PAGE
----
The late 1970s were a technical watershed for insulation film manufacturing methods, when the research theme shifted to electrical data overwriting methods. In 1980, an American semiconductor company brought out the “EEPROM*3,” which enabled overwriting of electrical data. But because electron entry and exit required 2 transistors per bit, the degree of integration could not be increased and recording of large data quantities was difficult.
In 1983, the majority opinion about recording devices took the view that non-volatile semiconductor memory was not a substitute for hard disk-led magnetic memory. At that time, however, Dr. Masuoka had already been creating prototypes using his own favored concepts. Within a semiconductor memory chip there are innumerable rooms called cells. The world’s research of that era centered on control of data elimination in each cell, but Dr. Masuoka’s approach opted for elimination of data in multiple cells in one batch. As a result, the number of transistors used was drastically reduced and the degree of integration was successfully increased. Batch elimination of data can be compared to a camera’s flash function, so “flash memory” products appeared in 1985 and embarked on worldwide diffusion.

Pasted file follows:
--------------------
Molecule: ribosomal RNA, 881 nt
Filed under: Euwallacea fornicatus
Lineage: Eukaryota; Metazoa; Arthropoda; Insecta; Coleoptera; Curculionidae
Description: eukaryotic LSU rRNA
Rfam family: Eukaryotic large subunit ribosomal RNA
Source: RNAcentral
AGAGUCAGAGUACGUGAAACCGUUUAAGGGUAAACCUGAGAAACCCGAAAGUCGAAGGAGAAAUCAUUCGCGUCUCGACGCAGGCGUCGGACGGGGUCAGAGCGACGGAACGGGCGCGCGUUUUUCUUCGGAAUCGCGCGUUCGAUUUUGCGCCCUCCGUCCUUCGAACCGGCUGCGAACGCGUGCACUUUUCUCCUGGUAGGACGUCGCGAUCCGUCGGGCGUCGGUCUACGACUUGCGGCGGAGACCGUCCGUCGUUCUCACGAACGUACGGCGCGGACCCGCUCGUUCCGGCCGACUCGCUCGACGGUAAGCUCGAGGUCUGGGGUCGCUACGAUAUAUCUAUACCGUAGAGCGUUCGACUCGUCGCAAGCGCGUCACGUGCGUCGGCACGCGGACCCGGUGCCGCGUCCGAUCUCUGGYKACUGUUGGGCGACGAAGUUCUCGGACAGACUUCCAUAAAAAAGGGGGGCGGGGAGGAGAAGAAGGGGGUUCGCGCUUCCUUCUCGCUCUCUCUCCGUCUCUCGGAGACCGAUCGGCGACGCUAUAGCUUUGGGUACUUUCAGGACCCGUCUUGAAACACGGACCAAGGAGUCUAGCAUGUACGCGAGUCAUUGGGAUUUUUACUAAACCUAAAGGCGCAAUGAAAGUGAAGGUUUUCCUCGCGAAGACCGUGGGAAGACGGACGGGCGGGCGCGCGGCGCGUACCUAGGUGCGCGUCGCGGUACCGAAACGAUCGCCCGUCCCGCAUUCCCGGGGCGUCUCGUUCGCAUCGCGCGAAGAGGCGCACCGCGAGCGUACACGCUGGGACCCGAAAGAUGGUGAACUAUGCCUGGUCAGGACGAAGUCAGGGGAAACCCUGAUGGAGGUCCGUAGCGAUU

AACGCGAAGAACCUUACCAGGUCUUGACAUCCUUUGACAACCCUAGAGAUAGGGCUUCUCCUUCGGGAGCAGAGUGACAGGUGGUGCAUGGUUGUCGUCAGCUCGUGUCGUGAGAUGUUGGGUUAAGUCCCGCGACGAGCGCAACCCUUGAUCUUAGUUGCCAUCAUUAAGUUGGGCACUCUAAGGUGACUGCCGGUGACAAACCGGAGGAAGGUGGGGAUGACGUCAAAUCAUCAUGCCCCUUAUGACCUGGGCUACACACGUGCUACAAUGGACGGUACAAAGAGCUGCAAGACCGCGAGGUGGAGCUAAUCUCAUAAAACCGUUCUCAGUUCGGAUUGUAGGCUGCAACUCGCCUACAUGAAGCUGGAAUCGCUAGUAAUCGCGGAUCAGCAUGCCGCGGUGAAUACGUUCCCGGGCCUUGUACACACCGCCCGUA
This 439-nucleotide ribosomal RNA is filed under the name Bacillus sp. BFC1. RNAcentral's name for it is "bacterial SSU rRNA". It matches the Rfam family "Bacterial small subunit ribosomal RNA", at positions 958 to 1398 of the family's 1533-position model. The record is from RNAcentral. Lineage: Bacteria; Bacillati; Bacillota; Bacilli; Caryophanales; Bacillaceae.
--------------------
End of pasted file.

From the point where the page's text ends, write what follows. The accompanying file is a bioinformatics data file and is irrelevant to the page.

Presently, flash memory is essential to the IT infrastructure supporting society. It is used in autos, household appliances, computers and smart phones, memory cards and others. The arrival of the IoT era predicts that the 2020 worldwide digital data volume will be 44 zettabytes (ZB)*4, so integration of recording devices is of utmost importance. Dr. Masuoka is pursuing research into practical use of 3-dimensional flash memory that will accumulate electrons in a memory chip with a cylindrical configuration instead of the usual flat shape, and enable cell multi-layering.
The flash memory developed out of his research has brought about the evolution of computer performance and significant effects on the development of science and technology. Further, mounting of non-volatile semiconductor memory can serve equipment miniaturization and electric power conservation, and contribute substantially to reduction in planetary power consumption. In view of these contributions to ecotechnology, the Foundation has certified Dr. Masuoka as the 2018 Honda Prize laureate.
- *1Ecotechnology:a neologism combining imaging of the natural world (ecology), including civilization as a whole, and technology. Advocated by the Honda Foundation in 1979, it seeks new technological concepts required of human society in the sense of coexistence of people and technology.
- *2DRAM: An abbreviation for Dynamic Random Access Memory. It is semiconductor memory that can read and write data. Data disappear when electric power is cut off, but the manufacturing cost per quantity is low, and it can be used as a computer main memory device.